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. Last Updated: 07/27/2016

Kasyanov Given Chance to Prove His Mettle

Just one year ago Mikhail Kasyanov was an obscure, behind-the-scenes mover in the Russian government. His only prominent job was the unthankful task of leading talks with the London Club of private creditors, to whom Russia owed $30 billion in Soviet-era debt.

Even after he became finance minister in May, when Kremlin infighting saw his predecessor Mikhail Zadornov leave the government, his public profile remained low key, as First Deputy Prime Minister Viktor Khristenko made all the economic running.

All that got turned upside down Monday when acting President Vladimir Putin tapped him as his right-hand man in government, now the No. 2 post in the nation.

Kasyanov's promotion was greeted by many investors who think it will lead to more liberal economic policies. However, some analysts warn that it is far too early to say what the sudden rise of the career technocrat, who entered the Soviet government as a state planner, would mean.

"The markets have reacted to his appointment positively, but he might not always do what the markets want," said Arnab Das, an emerging market debt strategist with JP Morgan in London.

"Kasyanov has always come across as somebody with a very clear strategic vision, as a can-do technocrat," Das said.

Das pointed out that the new job represents a challenge to someone not before picked as a potential high flier.

"He's always seemed to be a strong character and a powerful talker. But this will now be a test for Kasyanov to see if he can run the government at a time when Putin will be engaged fully in a military and election campaign," he said.

When he was appointed as prime minister on Aug. 9 last year Putin was similarly plucked from technocratic obscurity and rapidly became a tearaway success as prime minister.

While Kasyanov remains a mystery in many regards, one of his old colleagues, former First Deputy Finance Minister Oleg Vyugin had words of praise for Kasyanov.

"He very successfully led financial policy to bring good results for the end of [last] year," Vyugin said.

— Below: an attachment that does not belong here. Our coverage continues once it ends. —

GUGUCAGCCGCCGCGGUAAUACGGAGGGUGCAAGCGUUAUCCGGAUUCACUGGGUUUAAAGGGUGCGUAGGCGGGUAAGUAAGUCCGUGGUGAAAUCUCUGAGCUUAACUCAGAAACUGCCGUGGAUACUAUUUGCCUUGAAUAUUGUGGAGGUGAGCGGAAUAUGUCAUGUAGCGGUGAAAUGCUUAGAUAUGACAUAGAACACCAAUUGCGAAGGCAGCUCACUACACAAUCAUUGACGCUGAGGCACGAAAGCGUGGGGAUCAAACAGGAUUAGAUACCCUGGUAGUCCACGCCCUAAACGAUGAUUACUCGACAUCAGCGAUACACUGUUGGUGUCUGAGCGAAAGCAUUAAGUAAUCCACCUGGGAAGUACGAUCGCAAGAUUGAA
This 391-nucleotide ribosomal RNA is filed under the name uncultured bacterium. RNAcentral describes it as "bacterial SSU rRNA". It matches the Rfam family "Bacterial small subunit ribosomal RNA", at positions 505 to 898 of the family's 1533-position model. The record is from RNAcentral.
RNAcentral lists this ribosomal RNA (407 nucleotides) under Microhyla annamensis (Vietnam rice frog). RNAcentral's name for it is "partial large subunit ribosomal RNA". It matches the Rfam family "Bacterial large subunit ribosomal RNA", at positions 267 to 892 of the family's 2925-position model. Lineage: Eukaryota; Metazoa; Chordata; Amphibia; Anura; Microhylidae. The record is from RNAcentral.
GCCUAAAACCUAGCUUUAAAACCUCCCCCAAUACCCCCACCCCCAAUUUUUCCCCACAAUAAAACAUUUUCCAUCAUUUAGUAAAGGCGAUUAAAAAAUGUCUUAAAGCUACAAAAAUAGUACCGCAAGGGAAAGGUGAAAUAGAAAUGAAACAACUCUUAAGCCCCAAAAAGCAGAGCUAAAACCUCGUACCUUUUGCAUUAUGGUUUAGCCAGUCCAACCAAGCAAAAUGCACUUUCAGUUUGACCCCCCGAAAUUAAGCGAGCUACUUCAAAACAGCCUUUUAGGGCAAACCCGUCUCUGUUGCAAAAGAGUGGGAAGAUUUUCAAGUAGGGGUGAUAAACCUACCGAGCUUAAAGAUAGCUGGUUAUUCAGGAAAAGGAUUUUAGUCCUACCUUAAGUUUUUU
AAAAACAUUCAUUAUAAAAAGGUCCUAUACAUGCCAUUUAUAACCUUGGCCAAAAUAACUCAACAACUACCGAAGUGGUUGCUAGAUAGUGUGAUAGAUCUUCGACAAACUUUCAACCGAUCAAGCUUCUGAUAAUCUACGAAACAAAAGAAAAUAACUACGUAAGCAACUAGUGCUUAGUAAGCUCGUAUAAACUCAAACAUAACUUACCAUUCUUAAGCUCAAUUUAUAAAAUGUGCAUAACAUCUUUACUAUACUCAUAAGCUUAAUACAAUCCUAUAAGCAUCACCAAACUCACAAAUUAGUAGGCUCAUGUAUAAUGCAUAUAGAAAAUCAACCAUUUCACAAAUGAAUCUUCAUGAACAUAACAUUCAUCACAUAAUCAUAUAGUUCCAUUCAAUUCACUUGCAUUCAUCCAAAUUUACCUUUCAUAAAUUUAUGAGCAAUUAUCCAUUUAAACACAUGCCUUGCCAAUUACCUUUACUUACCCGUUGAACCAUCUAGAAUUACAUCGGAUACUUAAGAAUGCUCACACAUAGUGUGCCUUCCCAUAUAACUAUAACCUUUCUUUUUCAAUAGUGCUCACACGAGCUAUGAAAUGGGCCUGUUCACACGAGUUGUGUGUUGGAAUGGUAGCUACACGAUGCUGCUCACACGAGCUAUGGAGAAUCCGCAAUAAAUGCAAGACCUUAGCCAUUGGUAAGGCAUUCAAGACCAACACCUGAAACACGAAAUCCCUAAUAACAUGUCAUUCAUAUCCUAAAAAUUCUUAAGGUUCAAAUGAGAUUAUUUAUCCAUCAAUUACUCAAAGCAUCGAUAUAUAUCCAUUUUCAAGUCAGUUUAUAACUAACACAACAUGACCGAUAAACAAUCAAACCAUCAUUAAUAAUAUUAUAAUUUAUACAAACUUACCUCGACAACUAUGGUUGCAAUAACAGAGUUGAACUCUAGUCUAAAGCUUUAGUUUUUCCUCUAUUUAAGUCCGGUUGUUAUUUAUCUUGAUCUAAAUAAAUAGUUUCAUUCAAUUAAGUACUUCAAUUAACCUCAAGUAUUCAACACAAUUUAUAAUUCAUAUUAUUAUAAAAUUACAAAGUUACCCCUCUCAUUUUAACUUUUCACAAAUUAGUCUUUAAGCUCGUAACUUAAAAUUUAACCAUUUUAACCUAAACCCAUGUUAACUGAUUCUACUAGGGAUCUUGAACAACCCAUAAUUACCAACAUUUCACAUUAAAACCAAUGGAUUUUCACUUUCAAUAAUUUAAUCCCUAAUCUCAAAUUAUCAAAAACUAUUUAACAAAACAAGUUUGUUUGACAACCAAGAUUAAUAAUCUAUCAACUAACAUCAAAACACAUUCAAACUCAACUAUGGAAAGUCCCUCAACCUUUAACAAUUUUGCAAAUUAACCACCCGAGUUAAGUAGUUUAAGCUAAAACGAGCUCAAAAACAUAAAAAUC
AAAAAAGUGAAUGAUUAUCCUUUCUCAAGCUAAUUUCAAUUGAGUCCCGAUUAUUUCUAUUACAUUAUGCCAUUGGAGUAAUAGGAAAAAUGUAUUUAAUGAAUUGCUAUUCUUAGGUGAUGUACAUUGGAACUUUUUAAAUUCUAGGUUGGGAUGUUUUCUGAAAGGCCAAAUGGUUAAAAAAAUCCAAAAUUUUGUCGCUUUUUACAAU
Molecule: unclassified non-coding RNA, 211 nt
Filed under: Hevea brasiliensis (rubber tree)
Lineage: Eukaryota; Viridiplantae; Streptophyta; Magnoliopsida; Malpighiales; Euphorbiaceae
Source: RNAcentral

According to official Finance Ministry data, Russia ended 1999 with a primary budget surplus of 2 percent even though it has been waging an expensive military campaign in the Chechen republic and has received just $640 million in loans from the International Monetary Fund. Kasyanov was promoted to Finance Minister in May last year.

"Even though beforehand he was only known as a strong specialist in debt negotiations, he has proved his worth by sticking to the tight fiscal program for this year," Vyugin said.

When Kasyanov was leading debt talks with the London Club of Commercial Creditors he was very insistent that Russia was not going to change the status of the debt and alter sovereign immunity, said Das at JP Morgan.

"Russia paid for that move then by not getting any debt reduction. But in the meantime Russia was able to selectively default, opening the way only now for the possibility of a change of status," he said.

Das said the fact that Kasyanov took a tough position on London Club negotiations to often maximize the amount Russia could squeeze out of creditors showed he would follow an independent line.

Born in Moscow in 1957, Kasyanov's first job in 1978 was as a senior technician and researcher at the Soviet Institute of Industrial Transport. He first entered the government in 1981 as a leading economist in the foreign economics department's state planning section.

Kasyanov was also a top official in the Finance Ministry when Russia was creating its restructuring plan for state treasury bills, or GKOs, in the wake of the 1998 financial crisis. Many Western investors slammed the debt swap scheme as confiscatory.

But nevertheless his promotion Monday sparked a market rally.

"His appointment seems to be a sign that Putin wants his own stamp on the government. That he wants a government of technically proficient experts rather than one filled with politically motivated appointees," Das said.

However, some politicians have accused the Finance Ministry under his command as being overtly secretive.

Yabloko member Viktor Gitin said that when Duma deputies earlier this year asked Finance Minister Kasyanov for basic information about Russia's debts - for example, how much was owed to whom and when payments were due - Kasyanov refused, arguing that the ministry couldn't afford to make photocopies or send faxes of relevant documents.

Kasyanov has also been accused several times of skimming off profits on debt deals and misusing the information he held as chief Soviet era debt negotiator from 1993 onward for his own gain.

Russian weekly Versia once dubbed him "Misha 2 Percent," alleging that he had been involved in manipulating Soviet-era debt prices for commercial ends.

According to Gitin the debt market was turned into a treasure trove for a few closely guarded but well-connected companies that raked in profits from trading in Soviet era debt. One scheme saw the purchase of old Indian debt at bargain prices and then swapped for goods to import into Russia duty free.